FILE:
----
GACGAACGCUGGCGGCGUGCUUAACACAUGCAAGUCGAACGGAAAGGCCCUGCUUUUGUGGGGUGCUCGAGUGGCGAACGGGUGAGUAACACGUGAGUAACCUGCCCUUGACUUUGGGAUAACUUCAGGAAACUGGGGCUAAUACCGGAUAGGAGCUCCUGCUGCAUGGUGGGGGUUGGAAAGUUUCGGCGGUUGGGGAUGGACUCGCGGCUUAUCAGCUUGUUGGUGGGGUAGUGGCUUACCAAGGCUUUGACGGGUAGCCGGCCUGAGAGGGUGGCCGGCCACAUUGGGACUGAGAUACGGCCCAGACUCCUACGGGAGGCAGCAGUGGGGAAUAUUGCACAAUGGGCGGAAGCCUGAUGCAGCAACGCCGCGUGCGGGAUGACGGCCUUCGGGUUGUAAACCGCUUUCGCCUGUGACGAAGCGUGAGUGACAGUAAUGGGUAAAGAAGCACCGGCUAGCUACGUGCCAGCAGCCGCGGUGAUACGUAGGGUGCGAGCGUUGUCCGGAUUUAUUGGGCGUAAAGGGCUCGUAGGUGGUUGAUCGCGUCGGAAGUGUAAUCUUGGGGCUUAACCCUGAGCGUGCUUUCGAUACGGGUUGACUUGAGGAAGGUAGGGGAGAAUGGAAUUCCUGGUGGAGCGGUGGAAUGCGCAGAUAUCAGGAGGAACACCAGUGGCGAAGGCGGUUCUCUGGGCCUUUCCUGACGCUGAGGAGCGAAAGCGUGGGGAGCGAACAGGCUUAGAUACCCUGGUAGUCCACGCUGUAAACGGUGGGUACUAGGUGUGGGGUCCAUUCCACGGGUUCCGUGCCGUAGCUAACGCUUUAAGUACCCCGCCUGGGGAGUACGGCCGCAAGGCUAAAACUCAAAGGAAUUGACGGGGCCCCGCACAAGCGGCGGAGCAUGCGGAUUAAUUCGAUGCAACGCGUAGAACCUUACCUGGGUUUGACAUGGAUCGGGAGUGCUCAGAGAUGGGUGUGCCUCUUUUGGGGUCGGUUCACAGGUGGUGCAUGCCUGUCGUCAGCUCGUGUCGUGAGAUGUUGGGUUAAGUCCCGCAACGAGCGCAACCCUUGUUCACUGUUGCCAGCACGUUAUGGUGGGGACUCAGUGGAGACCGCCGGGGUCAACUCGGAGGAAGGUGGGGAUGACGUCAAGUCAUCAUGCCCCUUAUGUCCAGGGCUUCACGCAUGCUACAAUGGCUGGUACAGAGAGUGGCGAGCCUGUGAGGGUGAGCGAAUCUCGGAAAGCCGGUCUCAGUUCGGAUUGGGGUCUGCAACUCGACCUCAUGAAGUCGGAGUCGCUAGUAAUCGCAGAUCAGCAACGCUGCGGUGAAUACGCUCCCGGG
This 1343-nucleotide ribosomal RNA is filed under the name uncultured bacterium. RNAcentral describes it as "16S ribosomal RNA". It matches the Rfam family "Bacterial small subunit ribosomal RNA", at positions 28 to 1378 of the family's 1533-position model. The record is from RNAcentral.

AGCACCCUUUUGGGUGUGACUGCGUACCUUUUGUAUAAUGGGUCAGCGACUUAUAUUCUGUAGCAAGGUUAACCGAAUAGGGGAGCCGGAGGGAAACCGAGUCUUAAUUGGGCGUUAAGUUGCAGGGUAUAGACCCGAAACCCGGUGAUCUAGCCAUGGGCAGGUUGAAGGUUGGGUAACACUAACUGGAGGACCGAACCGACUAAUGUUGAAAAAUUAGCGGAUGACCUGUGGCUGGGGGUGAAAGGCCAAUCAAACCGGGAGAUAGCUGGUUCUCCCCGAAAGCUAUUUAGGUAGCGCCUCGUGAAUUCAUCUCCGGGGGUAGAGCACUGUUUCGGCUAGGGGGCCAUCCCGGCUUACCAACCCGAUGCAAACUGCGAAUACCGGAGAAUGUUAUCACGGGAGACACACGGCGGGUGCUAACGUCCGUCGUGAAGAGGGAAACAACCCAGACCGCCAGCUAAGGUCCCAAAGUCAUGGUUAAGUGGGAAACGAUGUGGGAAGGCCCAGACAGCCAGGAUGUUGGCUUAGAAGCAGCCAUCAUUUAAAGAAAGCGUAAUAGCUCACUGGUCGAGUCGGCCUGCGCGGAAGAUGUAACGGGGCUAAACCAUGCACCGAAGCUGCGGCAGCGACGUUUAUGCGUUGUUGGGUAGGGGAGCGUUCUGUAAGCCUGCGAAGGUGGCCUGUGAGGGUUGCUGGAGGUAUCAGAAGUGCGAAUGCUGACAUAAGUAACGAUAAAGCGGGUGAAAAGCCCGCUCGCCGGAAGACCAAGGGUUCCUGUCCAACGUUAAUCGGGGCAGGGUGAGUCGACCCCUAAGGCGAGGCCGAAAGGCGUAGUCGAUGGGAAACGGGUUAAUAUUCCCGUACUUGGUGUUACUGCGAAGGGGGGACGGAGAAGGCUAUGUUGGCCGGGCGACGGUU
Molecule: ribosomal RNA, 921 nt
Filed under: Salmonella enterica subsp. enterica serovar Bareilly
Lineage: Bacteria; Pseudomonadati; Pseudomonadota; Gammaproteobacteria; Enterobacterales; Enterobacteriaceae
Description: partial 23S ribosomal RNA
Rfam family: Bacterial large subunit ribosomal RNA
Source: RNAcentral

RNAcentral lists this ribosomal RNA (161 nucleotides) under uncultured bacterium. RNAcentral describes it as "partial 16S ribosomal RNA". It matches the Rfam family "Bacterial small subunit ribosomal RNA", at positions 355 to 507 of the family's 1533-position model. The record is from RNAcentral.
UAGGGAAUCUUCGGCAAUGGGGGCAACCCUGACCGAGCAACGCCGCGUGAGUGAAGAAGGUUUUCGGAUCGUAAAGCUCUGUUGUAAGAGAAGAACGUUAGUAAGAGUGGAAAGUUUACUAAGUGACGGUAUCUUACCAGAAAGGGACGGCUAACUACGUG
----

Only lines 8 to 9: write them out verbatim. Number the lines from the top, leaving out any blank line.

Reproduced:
Rfam family: Bacterial large subunit ribosomal RNA
Source: RNAcentral